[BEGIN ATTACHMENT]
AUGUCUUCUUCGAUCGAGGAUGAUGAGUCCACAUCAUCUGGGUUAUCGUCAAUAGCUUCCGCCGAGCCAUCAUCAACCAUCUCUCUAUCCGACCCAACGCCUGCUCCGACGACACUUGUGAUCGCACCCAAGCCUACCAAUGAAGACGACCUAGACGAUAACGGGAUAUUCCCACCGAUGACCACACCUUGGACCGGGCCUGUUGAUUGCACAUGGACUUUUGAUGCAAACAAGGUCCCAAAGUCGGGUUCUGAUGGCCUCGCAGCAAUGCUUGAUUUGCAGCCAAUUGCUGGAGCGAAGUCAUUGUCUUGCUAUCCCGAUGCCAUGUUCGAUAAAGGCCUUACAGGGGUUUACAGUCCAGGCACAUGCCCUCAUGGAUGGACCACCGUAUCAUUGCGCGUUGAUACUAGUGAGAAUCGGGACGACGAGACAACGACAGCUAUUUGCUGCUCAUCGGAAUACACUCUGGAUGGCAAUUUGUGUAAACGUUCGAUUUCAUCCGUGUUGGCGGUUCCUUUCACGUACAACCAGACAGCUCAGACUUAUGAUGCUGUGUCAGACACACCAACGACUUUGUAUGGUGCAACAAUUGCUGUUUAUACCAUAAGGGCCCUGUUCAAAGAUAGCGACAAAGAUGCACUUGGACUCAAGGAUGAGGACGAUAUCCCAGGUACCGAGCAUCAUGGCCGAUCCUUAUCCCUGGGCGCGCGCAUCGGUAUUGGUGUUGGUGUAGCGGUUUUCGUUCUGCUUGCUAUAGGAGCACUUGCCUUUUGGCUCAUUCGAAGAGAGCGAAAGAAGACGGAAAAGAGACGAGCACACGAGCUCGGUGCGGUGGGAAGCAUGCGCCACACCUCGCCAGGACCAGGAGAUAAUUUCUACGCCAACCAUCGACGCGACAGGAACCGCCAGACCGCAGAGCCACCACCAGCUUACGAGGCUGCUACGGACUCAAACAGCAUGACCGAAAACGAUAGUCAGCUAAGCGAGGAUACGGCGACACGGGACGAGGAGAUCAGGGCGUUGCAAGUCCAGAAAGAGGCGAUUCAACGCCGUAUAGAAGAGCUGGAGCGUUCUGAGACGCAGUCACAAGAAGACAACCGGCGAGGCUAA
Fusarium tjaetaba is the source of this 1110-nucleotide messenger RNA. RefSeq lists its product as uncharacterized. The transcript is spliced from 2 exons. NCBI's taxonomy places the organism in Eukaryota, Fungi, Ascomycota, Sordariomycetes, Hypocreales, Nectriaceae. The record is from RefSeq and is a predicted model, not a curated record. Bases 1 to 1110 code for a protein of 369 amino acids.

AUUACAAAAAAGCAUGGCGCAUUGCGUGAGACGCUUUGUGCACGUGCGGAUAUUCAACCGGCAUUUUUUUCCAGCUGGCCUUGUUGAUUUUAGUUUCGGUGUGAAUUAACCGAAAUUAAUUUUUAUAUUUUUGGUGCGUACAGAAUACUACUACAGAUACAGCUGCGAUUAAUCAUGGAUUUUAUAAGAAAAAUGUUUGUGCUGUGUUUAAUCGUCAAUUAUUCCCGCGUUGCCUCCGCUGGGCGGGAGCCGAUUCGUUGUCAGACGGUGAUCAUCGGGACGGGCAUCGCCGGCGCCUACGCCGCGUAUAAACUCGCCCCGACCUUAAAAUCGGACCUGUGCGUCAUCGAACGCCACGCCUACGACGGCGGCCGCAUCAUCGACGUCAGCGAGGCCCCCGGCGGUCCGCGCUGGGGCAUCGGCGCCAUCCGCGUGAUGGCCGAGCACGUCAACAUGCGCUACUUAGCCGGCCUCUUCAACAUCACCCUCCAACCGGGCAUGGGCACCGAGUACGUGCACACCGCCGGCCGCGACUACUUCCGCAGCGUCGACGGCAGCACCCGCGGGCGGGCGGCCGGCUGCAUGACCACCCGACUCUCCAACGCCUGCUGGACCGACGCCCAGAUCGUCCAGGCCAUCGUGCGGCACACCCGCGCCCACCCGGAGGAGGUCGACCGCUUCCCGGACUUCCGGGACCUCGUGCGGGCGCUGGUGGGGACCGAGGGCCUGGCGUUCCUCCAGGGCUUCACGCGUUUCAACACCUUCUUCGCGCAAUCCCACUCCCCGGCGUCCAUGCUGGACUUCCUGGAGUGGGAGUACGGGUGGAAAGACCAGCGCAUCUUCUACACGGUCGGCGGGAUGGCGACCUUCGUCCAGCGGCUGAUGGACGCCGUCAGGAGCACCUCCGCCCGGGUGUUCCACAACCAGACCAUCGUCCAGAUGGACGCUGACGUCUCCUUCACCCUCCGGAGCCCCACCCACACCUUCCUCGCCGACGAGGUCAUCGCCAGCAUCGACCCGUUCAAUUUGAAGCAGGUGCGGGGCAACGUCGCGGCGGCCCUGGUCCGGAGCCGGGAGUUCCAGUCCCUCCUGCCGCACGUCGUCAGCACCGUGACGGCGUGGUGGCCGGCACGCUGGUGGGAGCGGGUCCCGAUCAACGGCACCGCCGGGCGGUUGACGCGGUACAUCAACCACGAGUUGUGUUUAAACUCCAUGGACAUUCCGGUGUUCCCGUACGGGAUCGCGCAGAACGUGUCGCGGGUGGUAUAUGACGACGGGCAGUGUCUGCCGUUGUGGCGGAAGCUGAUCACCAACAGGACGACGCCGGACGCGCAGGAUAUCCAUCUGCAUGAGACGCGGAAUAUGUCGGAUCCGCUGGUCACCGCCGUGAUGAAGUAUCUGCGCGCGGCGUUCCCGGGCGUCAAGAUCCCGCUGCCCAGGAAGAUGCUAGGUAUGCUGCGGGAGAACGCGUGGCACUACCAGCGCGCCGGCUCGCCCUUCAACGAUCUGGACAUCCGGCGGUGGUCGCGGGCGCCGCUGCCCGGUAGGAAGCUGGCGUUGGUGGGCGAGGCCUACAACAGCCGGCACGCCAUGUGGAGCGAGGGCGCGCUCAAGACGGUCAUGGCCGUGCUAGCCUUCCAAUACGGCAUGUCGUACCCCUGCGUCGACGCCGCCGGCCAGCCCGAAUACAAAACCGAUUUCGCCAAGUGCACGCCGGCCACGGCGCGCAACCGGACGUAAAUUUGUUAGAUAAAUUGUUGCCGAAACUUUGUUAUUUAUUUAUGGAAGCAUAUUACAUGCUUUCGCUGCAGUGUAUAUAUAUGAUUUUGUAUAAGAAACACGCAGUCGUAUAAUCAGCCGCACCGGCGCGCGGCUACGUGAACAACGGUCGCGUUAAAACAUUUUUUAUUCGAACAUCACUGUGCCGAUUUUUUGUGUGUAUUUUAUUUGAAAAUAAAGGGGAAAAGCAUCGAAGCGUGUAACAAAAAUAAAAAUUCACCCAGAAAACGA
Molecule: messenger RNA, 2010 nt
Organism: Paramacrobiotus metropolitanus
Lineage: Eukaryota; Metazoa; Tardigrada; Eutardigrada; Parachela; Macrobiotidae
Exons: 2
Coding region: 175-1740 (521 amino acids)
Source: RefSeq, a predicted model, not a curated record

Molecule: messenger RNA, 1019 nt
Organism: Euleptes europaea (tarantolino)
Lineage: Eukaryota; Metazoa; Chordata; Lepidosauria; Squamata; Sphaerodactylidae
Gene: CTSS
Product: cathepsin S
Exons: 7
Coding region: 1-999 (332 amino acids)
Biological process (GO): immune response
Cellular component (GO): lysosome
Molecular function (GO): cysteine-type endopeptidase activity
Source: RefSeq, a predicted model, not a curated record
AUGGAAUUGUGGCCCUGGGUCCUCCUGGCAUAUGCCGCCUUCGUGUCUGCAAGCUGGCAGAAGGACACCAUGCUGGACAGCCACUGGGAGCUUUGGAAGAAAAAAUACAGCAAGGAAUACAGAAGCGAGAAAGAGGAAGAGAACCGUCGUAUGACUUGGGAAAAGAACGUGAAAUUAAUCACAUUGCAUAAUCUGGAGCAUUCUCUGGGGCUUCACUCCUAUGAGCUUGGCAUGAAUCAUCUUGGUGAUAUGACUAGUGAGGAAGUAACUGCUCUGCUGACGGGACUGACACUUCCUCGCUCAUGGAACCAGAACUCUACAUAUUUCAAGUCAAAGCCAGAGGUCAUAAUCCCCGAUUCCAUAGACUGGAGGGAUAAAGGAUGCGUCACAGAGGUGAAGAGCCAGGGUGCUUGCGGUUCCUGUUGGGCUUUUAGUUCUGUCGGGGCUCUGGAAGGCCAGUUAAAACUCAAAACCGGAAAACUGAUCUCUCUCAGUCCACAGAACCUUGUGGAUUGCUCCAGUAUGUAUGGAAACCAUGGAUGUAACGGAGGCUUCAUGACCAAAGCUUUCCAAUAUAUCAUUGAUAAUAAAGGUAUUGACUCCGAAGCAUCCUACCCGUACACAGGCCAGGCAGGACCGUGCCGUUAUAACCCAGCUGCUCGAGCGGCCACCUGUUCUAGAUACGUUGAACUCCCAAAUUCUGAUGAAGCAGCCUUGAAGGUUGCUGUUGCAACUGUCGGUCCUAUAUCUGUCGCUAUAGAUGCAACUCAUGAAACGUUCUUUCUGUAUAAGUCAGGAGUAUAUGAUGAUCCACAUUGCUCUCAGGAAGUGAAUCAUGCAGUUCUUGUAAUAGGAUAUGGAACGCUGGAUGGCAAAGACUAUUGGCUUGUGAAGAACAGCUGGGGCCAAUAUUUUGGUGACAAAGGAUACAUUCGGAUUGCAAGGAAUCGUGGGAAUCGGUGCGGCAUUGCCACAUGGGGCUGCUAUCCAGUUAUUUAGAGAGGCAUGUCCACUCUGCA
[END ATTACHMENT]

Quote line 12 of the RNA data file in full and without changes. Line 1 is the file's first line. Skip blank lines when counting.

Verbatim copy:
Lineage: Eukaryota; Metazoa; Chordata; Lepidosauria; Squamata; Sphaerodactylidae